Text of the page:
Your Child’s Transition to a New School with an IEP or 504 Plan
Getting your child’s individualized education plan (IEP) or Section 504 Plan set up meant he would have individualized instruction, extra test-taking time, or homework assignments that would accommodate his ADHD symptoms. But now he’s changing schools—maybe you’re moving to a different town or state, or maybe he’s transitioning from elementary school to middle school. When your child is enrolling in a new school, what do you need to do to make sure the IEP or 504 is still effective?
The US Department of Education’s Individuals with Disabilities Act (IDEA) established guidelines for how IEPs are set up and maintained, while Section 504, which was created as part of the Rehabilitation Act of 1973, is a civil rights statute. Both are clear about what happens when a child switches schools.
If your child is staying in the same school district
If your child will be a student in the same school district as the one she has been attending, her IEP or 504 Plan will travel with her. It’s still a good idea to set aside time before the start of the school year to meet with the new school’s IEP coordinator, special educator coordinator or team leader, psychologist or guidance counselor, and any other professionals who will help ensure the IEP or 504 is implemented throughout your child’s time at the school.
If you’re moving within the same state
If you’re leaving the school district but staying in the same state, the new school will want to conduct its own evaluation of your child. Until that happens, the school is required to carry over his pre-existing IEP or 504 Plan. When registering your child at his new school, submit your request in writing for a new academic evaluation to begin the IEP or 504 Plan process.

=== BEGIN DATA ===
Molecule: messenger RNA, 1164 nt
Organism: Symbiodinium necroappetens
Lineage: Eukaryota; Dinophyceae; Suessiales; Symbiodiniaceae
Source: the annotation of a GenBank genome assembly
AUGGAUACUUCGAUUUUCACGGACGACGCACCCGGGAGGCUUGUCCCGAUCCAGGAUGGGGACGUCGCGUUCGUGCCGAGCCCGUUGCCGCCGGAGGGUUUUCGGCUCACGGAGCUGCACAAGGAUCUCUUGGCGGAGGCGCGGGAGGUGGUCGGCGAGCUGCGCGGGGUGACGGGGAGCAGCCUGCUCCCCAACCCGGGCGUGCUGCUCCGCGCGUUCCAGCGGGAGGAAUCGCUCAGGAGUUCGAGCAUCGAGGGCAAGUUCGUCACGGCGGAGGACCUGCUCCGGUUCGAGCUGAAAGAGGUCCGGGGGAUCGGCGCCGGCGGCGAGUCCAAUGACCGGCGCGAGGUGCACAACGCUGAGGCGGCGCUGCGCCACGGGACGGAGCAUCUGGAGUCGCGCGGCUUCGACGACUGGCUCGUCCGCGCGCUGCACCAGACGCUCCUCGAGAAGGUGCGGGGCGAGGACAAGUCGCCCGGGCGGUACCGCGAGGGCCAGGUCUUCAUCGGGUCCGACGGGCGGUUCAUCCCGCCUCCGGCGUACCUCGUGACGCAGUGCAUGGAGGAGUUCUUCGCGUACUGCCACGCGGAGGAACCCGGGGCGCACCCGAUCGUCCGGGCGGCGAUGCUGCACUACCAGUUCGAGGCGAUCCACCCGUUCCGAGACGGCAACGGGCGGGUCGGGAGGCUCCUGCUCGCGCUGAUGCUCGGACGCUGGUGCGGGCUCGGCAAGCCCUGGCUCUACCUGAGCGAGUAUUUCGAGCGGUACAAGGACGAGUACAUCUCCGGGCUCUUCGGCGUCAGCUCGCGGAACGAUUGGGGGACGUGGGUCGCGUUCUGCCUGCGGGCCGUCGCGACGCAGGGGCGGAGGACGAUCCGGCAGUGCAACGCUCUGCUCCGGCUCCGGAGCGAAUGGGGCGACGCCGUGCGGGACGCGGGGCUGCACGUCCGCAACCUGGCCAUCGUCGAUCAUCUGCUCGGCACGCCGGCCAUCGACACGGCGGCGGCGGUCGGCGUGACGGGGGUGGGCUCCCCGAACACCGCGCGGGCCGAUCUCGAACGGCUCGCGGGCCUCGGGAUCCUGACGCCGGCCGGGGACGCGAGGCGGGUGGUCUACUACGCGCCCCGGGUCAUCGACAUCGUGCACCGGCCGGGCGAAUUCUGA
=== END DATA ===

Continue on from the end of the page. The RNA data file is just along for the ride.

If your child is starting school in a new state
Like staying in state but switching districts, children who start school in a new state are guaranteed an education that meets their needs. That means that until a new evaluation is completed, your child’s needs will be met according to her old IEP or 504 Plan until a new plan is completed and put into place. It’s important to keep in mind that just because she has had a plan in the past does not mean her new school’s assessment will also find that she needs one. It is possible to appeal a decision if the new school does not provide an academic plan.
You might want to contact your new state’s director of special education as well as your state’s Parent Training and Information Center for information about guidelines in your child’s new school district. Be sure to reach out to the school as soon as you know you’ll be moving so you’re not scrambling the day before school starts, and schedule a time to visit the school with your child. When you do get to the school, you’ll want to have on hand any records, reports, and evaluations relating to your child’s previous education plan. The new school is responsible for requesting a copy of the pre-existing IEP or 504 Plan, but it’s a good idea to follow up later and make sure the school has received it.
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